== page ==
This week, Rodney McMullen, the CEO of Kroger, was rewarded a 17 percent pay raise by the company’s board of directors. His total compensation jumped from $9.2 million to a staggering $11.2 million. Assuming he works an average number of hours per year, which the federal Office of Personnel Management estimates to be 2,087, McMullen now makes $5,366.55 per hour, or $89.44 per minute.

As reported in the Cincinnati Business Journal, “the board pays long-term incentives to executives based on the company’s results in its Customer 1st strategy, employee engagement, cutting costs and generating strong returns on invested capital.” While Kroger’s board provides such long-term incentives to a handful of top executives, the company makes no such offer to the associates who actually work in Kroger stores.

In the Roanoke Valley region, where 41 stores stretching from Kingsport, TN to Harrisonburg, VA are represented by UFCW Local 400, the company’s “last best offer” included only a 25 cent raise for full-time associates. The proposal also provided no paid sick days and would fall short of renewing Kroger’s commitment to providing health insurance for its retirees.

Store managers have been instructed to describe this as a “fair offer” to associates.

A team of thirteen Kroger employees who make up the union’s bargaining team in contract negotiations with the company voted unanimously to reject the company’s offer. The proposal will now be voted on by the entire union membership at a meeting on Wednesday, May 18.

McMullen wasn’t the only corporate executive who saw their total compensation jump from millions to even more millions. Four other top executives saw pay raises, according to the Cincinnati Business Journal:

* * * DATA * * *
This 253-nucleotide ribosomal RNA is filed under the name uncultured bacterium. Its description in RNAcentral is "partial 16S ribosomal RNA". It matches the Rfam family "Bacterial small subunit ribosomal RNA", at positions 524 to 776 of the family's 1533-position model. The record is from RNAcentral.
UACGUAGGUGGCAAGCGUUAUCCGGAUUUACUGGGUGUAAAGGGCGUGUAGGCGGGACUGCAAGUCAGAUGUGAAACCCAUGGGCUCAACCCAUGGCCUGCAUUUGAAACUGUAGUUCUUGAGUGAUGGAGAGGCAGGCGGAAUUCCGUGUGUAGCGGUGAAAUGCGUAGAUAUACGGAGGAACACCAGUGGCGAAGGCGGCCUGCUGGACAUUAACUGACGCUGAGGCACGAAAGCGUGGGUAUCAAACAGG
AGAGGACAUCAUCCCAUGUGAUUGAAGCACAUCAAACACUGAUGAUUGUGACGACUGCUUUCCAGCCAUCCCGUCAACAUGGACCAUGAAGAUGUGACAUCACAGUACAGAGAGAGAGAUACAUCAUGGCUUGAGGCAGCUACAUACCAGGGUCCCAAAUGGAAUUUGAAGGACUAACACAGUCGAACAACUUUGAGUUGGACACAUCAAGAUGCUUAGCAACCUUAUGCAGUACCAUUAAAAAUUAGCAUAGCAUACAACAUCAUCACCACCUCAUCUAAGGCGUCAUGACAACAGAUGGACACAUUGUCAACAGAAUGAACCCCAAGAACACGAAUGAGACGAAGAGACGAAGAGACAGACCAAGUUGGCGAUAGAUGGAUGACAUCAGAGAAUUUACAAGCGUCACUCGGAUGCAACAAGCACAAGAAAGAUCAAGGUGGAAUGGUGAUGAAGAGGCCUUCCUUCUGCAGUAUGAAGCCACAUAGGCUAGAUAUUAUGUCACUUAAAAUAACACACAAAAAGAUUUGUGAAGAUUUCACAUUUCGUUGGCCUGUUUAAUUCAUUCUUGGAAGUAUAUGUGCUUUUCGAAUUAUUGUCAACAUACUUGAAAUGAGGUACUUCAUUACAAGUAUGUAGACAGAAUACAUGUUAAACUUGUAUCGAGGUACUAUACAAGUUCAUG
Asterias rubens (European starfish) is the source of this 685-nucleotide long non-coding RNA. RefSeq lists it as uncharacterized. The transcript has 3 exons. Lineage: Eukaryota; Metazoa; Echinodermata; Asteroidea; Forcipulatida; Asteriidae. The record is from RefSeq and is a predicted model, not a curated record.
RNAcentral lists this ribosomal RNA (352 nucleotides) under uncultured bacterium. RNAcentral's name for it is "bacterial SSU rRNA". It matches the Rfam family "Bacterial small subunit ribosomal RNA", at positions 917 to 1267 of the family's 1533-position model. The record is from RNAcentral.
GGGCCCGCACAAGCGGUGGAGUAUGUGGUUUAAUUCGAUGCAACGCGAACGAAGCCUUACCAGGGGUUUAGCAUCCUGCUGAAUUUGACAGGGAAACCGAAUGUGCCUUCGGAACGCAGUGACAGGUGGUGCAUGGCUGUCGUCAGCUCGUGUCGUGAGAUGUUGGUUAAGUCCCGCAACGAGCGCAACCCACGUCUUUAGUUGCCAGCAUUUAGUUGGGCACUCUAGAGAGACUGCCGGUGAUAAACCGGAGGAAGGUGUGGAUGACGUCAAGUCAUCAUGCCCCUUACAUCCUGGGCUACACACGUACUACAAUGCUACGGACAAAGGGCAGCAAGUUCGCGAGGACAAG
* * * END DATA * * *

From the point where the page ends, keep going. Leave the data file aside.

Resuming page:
“J. Michael Schlotman, executive vice president and CFO – $5.9 million total compensation (Salary, $793,825);

“Michael J. Donnelly, executive vice president of merchandising- $4.9 million total compensation (Salary, $700,684);

“Christopher T. Hjelm, executive vice president and CIO – $4.8 million total compensation (Salary, $653,368); and

“Frederick J. Morganthall II, executive vice president of retail operations – $4.3 million total compensation (Salary, $619,944).”

On Wednesday, May 18, at a meeting in Salem, union members will vote on whether to accept or reject the company’s last best offer. If the offer is rejected by the membership, a second vote will be taken to decide whether or not to authorize a strike.

“We’re hopeful that Kroger will come to its senses and resume negotiations with us,” said Dawn Greenway, a member of the union’s bargaining team who has worked at Kroger for more than 26 years.

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